Advocates, Civil Rights Groups Urge N.J. to Stop Solitary Confinement of Children
ACLU-NJ Joins a Nationwide Movement Calling for an End of Solitary Confinement of Juveniles, Recognized as a Form of Torture
July 15, 2013
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TRENTON, N.J — Advocates from across New Jersey today called for the state to end its use of solitary confinement as a disciplinary measure for children in its custody. Nine advocacy groups submitted a petition to Kevin Brown, the Executive Director of New Jersey’s Juvenile Justice Commission, urging the state to adopt new regulations in its treatment of juveniles in their care.
“We hope this petition is just the first part of a productive conversation with New Jersey officials to eliminate the use of solitary confinement of children in state custody,” said Udi Ofer, Executive Director of the ACLU of New Jersey. “At every level of society, we recognize that one-size-fits-all does not work with children, and nowhere is this more critical than in the juvenile justice system. There is no justification for subjecting children to solitary confinement as punishment, period, and New Jersey’s laws must change accordingly.”
A broad coalition of groups – Advocates for Children of New Jersey, the American Civil Liberties Union of New Jersey, the American Friends Service Committee, National Religious Campaign Against Torture, New Jersey Association on Correction, New Jersey Institute for Social Justice, People’s Organization for Progress, Rutgers Children’s Justice Clinic and Rutgers Criminal and Youth Justice Clinic – submitted a petition urging New Jersey to end solitary confinement of juveniles, a practice recognized internationally as torture.
“All of the children in New Jersey’s detention centers will be released eventually, no matter how long their sentences, because young people legally cannot receive a sentence of life imprisonment without the possibility of parole,” said Alexander Shalom, ACLU-NJ Policy Counsel. “When young people do rejoin society after incarceration, we have to ask ourselves who we want to emerge: someone capable of living a productive life, or someone who has spent time in solitary confinement, or someone who has been psychologically damaged by solitary confinement. For the safety of society, for the safety of corrections officers, and for the long-term health of our young people, solitary confinement of young people needs to end in New Jersey now.”
The groups are proposing changes to the law that would eliminate the state’s authority to isolate juveniles in solitary confinement for five days at a time as a form of punishment or pending a disciplinary hearing. New Jersey law currently allows juveniles to be placed in solitary confinement for up to five days at a time, even though humane alternatives such as graduated sanctions and positive reinforcement exist. Yet one juvenile inmate held in detention in New Jersey spent up to 41 consecutive days in solitary confinement in 2009 according to the lawsuit Troy D. and O’Neill S. v. Mickens et al. The other plaintiff in the case spent more time in solitary confinement awaiting his disciplinary hearing than the actual length of solitary confinement he was given to serve as a result of that hearing.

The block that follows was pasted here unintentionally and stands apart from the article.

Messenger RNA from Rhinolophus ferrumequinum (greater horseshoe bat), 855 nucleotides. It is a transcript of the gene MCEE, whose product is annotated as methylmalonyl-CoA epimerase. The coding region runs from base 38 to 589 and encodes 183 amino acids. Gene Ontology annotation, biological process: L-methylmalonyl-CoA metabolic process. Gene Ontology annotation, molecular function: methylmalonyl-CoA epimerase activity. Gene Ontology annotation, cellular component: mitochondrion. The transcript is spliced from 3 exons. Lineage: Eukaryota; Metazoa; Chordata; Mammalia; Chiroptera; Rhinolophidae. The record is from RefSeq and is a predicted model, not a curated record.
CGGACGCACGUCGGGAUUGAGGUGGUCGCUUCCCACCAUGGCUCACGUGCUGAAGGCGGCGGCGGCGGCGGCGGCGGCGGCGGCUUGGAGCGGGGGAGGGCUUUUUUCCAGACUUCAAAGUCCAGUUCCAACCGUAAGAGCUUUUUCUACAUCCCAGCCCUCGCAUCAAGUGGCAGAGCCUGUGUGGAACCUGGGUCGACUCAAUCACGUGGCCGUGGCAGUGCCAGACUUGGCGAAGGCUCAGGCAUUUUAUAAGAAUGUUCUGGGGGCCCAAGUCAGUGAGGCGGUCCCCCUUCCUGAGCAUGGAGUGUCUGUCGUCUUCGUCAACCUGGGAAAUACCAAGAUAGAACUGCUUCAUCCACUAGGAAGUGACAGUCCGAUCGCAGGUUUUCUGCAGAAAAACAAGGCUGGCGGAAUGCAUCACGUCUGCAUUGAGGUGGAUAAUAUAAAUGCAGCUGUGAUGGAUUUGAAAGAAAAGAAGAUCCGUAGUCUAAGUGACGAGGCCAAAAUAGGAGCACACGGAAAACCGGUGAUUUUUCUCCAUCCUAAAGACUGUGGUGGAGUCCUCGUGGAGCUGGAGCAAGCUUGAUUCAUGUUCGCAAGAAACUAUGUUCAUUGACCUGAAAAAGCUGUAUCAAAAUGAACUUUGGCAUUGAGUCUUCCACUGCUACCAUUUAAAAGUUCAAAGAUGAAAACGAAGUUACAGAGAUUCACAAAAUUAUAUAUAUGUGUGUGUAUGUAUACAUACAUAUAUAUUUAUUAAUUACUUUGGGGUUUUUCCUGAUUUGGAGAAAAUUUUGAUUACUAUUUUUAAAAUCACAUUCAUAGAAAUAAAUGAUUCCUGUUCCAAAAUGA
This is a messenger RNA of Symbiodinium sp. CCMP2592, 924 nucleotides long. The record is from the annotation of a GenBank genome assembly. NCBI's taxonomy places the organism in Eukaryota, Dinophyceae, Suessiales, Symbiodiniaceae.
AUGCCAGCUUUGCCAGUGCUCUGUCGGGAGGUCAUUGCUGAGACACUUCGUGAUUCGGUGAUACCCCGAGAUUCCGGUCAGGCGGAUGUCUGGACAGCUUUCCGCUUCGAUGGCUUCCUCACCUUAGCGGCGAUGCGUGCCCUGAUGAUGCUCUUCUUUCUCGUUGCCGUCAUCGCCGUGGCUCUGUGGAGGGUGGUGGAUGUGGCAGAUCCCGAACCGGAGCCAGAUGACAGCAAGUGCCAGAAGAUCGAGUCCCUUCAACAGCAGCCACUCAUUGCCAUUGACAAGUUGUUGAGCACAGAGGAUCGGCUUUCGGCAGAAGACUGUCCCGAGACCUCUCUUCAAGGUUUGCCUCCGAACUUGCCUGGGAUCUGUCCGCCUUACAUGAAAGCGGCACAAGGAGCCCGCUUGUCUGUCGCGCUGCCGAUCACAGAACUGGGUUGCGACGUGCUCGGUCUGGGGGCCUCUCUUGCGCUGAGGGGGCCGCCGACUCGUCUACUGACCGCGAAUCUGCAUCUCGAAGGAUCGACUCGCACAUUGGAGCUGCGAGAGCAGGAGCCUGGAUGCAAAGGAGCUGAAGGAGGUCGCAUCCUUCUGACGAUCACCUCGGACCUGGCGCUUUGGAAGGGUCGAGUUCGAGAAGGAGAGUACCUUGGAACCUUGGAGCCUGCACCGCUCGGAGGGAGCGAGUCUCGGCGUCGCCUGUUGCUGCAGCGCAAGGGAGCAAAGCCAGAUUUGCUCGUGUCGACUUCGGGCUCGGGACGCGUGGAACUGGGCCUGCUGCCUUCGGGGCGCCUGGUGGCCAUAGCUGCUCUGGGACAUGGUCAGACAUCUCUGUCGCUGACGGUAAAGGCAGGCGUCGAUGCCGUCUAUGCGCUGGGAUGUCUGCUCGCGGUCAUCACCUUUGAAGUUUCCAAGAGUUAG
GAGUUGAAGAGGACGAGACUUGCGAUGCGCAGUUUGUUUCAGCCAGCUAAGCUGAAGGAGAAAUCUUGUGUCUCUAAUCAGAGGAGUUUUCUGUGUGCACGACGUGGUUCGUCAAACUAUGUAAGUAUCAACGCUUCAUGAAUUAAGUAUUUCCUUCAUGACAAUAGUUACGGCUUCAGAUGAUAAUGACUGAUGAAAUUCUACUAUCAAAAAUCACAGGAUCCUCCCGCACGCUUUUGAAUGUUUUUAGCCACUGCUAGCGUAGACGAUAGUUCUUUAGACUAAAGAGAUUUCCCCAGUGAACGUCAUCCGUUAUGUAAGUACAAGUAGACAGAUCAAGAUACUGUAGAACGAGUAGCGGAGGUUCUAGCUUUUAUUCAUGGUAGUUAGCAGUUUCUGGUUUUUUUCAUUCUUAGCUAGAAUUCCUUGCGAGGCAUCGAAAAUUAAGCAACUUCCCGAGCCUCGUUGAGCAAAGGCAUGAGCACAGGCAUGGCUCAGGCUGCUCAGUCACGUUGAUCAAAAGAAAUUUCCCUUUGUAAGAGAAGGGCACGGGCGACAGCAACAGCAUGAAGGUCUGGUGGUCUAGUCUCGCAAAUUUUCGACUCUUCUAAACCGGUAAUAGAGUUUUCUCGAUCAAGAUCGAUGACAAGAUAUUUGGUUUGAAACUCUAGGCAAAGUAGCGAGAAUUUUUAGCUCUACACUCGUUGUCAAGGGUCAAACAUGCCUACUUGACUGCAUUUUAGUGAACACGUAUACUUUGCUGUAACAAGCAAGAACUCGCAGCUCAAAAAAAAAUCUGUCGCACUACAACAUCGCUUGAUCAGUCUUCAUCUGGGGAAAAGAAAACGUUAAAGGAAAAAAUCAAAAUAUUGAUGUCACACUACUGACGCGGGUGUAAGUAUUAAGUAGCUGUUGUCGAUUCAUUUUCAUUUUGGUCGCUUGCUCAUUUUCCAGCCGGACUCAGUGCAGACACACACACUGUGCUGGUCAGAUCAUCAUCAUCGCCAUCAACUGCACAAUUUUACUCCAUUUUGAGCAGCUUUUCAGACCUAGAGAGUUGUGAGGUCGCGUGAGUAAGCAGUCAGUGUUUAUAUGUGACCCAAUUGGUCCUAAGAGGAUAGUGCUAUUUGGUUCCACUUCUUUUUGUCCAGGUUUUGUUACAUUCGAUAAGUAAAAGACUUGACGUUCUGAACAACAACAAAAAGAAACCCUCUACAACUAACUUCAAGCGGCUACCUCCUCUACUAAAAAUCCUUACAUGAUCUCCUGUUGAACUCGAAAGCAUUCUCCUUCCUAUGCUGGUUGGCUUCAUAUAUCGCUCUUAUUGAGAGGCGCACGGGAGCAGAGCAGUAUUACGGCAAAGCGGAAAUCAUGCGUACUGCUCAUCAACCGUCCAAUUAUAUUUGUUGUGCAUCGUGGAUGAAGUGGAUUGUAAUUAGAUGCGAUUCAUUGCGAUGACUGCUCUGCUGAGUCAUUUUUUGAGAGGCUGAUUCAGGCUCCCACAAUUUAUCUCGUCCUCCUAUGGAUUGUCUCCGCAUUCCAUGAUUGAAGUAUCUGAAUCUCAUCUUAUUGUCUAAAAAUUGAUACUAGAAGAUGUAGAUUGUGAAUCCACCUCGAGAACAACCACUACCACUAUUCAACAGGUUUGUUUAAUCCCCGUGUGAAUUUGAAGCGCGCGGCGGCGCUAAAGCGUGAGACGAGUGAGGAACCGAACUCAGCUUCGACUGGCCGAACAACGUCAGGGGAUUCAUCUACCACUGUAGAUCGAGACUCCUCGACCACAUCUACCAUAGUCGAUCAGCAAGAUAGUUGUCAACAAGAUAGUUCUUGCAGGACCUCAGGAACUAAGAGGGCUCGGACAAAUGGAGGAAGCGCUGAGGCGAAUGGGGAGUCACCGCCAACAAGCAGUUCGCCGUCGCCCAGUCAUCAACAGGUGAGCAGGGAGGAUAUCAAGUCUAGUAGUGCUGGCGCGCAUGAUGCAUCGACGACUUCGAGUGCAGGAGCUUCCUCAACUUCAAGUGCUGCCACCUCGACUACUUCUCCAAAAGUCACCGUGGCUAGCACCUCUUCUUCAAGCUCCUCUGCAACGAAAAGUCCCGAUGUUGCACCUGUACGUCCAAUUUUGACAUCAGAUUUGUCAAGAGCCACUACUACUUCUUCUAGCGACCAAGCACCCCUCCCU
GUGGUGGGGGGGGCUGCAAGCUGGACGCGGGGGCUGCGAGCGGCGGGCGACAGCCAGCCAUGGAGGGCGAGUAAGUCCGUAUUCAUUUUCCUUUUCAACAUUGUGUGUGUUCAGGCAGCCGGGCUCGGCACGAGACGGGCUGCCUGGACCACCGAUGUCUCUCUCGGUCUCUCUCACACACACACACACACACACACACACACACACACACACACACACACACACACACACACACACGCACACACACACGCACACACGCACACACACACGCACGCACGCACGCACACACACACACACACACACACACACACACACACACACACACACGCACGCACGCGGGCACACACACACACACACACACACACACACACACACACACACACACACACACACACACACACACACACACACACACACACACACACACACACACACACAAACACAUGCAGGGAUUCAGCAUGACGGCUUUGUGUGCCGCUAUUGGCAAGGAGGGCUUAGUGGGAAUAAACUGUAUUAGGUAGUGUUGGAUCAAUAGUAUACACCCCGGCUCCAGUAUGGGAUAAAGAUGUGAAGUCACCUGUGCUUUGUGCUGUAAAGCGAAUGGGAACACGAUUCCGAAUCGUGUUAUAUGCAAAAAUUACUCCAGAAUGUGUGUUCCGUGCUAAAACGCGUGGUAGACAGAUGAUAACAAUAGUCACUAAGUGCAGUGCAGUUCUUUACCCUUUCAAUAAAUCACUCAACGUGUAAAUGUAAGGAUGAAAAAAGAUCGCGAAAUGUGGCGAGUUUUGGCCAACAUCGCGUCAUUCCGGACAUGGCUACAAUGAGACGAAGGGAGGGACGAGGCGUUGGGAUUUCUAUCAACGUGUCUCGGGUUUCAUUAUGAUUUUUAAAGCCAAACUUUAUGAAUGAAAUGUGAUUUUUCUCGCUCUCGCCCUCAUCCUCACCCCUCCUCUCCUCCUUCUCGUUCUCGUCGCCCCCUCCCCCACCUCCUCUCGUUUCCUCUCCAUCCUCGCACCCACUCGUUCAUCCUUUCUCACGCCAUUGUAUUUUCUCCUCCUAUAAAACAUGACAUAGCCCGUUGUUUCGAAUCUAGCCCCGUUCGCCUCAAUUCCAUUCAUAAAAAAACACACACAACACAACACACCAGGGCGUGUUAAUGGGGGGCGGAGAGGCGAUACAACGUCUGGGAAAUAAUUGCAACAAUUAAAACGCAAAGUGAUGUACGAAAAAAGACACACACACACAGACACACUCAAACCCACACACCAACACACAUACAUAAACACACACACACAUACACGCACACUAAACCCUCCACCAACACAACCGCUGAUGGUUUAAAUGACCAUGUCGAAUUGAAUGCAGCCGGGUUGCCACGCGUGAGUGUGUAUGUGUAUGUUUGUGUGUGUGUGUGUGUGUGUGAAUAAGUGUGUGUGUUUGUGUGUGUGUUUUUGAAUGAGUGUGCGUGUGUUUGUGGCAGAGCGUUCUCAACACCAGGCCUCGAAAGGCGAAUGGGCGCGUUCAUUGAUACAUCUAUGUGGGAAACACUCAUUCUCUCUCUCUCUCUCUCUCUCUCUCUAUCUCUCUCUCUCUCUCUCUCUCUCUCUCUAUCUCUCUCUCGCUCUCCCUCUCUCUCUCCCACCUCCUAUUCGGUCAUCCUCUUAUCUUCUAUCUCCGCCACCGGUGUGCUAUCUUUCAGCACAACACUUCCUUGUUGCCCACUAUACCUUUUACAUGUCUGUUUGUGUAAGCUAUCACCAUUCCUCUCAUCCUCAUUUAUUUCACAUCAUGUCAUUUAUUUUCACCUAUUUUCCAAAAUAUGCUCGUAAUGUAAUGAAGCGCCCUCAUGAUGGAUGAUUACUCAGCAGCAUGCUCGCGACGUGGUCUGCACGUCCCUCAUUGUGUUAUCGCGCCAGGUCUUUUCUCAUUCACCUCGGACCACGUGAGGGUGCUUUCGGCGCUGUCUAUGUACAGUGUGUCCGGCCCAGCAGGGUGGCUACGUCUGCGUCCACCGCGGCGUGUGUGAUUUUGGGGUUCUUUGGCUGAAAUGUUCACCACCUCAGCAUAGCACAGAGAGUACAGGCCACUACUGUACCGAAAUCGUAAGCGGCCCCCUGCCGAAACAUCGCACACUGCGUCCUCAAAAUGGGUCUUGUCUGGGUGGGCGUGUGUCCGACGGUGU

“Think about the inner turmoil inside every teenager, and then imagine a young person stuck inside a windowless cell, alone, for 23 hours a day,” said Laura Cohen, professor at Rutgers School of Law-Newark. “Children occupy a unique place in our society and are more likely to successfully rehabilitate through other, more humane forms of punishment. Solitary confinement is harmful, costly, and doesn’t protect the public.”
The proposal to eliminate long-term solitary confinement would not preclude corrections officials from short-term, structured isolation for protection of adolescents when circumstances demand it.
Several states — Alaska, Connecticut, Maine, Oklahoma and West Virginia — have banned punitive juvenile solitary confinement outright, and several others, such as Mississippi, have placed strict limitations on the use of the practice. Experts from a range of fields and affiliations, from the Department of Justice to the United Nations, have warned of the deleterious effects solitary confinement has on children.
Advocates in New Jersey call for these changes amid a nationwide movement to end the practice of routinely isolating young people in cells or rooms for 22-24 hours per day. In the past several years, the Supreme Court has issued several decisions reiterating the American legal system’s long-held belief that the most severe punishments – life imprisonment without the possibility of parole and the death penalty – are not appropriate for children given the special circumstances of their developmental stages of life. Studies have shown that solitary confinement can be especially traumatizing to young people because of the tremendous physiological changes they undergo in their adolescence.
Experts across disciplines, from corrections officials to social scientists, have observed that solitary confinement causes or worsens mental health problems in adolescents, and mentally ill children in solitary confinement often lack access to psychological counseling during that period. As a result, the potential for rehabilitation by virtue of their age weakens because of the irreversible harm solitary confinement causes to their intellectual and emotional development.
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